The display controller 52 may be connected to a display 18 by a serial cable 62. The cable 62 may releasably connect to the display 18 so that when the housing 14 is detached from the housing 12, the electrical connection afforded by the cable 62 is released. The controller 52 and display 18 may also communicate through a pair of adapters 54a and 54b. The adapters 54a and 54b may be either be infrared red (IR) adapters or radio frequency (RF) adapters which allow communication over the intervening air space. If the adapters 54 are IR adapters, they conveniently may be implemented in accordance with the Infrared Data Association (IrDA) standards and specifications (such as the Serial Infrared Link Access protocol Version 1.0, Jun. 23, 1994 which may be found at {}).

The display housing 14 may include its own power supply 60. Conveniently, the power supply 60 is a battery power supply but the power supply also may include an AC adapter which allows an AC power source to be used to power the display 18. The power supply 60 may conventionally be a separate power supply from that used to control the remainder of the computer 10. However it is also possible for a single AC adapter to be utilized with either or both of the housings 12 and 14. In one embodiment, the display 14 may include a capacitive storage element which stores charge drawn from the battery contained within the housing 12 to enable short term operation of the display while separated from the housing 12.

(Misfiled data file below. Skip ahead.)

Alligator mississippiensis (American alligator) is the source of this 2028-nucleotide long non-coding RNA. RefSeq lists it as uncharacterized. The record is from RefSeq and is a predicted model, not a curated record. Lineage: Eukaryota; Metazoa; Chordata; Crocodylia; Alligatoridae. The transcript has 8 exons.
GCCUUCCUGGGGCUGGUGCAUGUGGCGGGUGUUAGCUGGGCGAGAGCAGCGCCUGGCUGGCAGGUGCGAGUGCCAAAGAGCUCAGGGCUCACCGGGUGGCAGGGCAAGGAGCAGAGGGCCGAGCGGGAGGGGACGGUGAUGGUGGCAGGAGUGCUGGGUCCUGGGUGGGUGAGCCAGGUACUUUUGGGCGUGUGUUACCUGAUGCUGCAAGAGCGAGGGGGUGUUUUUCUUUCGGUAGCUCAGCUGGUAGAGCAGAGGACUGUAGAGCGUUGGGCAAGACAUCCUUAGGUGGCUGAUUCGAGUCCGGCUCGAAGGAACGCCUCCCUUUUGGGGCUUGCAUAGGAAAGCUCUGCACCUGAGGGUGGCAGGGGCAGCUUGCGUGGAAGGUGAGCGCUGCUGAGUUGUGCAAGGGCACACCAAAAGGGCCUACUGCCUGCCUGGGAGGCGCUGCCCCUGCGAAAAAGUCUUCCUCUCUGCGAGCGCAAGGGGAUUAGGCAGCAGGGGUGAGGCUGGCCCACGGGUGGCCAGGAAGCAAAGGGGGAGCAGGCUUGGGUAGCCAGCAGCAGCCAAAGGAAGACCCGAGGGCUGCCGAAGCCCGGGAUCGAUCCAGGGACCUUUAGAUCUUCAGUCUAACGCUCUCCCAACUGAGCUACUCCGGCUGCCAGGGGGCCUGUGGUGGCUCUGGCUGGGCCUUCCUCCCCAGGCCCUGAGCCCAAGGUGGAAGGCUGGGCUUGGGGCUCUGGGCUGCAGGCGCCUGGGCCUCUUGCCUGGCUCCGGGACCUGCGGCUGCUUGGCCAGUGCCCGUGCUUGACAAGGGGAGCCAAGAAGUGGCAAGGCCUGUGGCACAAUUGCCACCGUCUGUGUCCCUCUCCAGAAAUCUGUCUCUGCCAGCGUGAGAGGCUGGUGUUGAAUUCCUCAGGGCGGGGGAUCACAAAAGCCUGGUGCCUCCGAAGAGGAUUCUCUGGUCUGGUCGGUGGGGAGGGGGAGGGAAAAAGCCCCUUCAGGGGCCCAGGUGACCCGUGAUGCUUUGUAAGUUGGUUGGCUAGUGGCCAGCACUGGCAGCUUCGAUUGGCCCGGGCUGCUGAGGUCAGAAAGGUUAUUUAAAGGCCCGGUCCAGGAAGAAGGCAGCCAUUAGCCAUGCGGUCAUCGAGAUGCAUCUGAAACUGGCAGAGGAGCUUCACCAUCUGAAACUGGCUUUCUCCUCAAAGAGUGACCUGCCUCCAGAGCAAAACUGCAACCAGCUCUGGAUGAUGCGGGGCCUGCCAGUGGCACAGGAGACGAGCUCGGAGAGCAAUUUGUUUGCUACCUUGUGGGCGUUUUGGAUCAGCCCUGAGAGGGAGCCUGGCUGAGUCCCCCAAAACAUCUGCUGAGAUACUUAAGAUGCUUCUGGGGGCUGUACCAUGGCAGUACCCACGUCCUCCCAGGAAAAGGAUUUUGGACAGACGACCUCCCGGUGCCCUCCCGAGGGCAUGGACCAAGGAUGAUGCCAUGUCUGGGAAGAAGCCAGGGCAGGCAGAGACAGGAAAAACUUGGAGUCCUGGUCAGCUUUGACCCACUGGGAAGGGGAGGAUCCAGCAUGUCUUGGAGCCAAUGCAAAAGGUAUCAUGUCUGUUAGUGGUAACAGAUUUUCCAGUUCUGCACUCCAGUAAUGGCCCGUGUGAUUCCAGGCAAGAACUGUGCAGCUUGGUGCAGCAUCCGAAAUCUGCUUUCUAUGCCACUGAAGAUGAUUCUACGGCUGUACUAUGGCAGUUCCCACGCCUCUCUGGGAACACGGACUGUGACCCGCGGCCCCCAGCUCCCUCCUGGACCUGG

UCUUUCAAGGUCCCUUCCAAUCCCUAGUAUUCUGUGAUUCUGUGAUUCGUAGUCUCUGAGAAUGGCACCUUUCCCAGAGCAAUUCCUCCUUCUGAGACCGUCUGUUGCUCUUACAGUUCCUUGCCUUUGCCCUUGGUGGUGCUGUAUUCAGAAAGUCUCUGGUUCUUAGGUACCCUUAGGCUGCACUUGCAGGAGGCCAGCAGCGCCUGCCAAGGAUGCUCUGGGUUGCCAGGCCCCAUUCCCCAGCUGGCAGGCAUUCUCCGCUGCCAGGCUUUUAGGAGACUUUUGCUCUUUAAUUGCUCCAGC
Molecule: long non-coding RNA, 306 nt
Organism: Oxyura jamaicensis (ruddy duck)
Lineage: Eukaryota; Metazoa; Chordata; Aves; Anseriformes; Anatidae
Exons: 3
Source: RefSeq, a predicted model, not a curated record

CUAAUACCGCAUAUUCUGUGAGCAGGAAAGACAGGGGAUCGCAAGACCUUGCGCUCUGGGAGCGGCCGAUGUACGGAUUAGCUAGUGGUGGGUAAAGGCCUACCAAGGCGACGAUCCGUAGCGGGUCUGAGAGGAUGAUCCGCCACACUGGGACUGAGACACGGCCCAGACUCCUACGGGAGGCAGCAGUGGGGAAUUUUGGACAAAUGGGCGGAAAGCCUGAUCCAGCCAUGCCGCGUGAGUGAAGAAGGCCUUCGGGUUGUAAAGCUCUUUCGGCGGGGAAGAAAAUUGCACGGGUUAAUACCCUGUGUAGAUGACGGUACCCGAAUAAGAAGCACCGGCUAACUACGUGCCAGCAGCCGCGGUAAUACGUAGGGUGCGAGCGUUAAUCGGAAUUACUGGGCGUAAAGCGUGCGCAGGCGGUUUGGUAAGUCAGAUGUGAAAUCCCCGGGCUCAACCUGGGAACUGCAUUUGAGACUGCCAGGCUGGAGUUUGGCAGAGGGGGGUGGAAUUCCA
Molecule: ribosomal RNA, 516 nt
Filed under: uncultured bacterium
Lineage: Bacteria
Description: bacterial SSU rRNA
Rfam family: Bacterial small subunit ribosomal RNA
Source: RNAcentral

In another embodiment using an infrared communication system for the adapters 54a and 54b, the controller 52 may be connected to an universal asynchronous receiver/transmitter 64 (UART). The UART 64 communicates with an IR transmit encoder 68 and an IR receive decoder 70. The encoder 68 communicates with an output driver 74 which drives an IR signal through the port 22 or 24. Similarly the detector and receiver 76 communicates with the receive decoder 70 to receive an incoming IR signal through a port 22 or 24. In accordance with the current IrDA specifications, higher data transfer rates may be used by using a communication controller in place of a UART 64.

Thus, two-way communications between the display 18 and controller 52 may be possible. For example, a light sensor on the display may send information back to the controller to enable intensity adjustments. In addition, with a touch screen display, user screen inputs may be sent to the controller.

Referring now to FIG. 9, a radio link 78 may connect the adapters 54, for example, when the housing 14 is detached from the housing 12. The radio link continues to transmit data from the housing 14 back to the housing 12 through the radio link 78. The display 18 may be connected to a radio 82 by a link controller 80. The radio 82 transmits a radio frequency signal to a radio 84 connected to the controller 52 by an interface 86.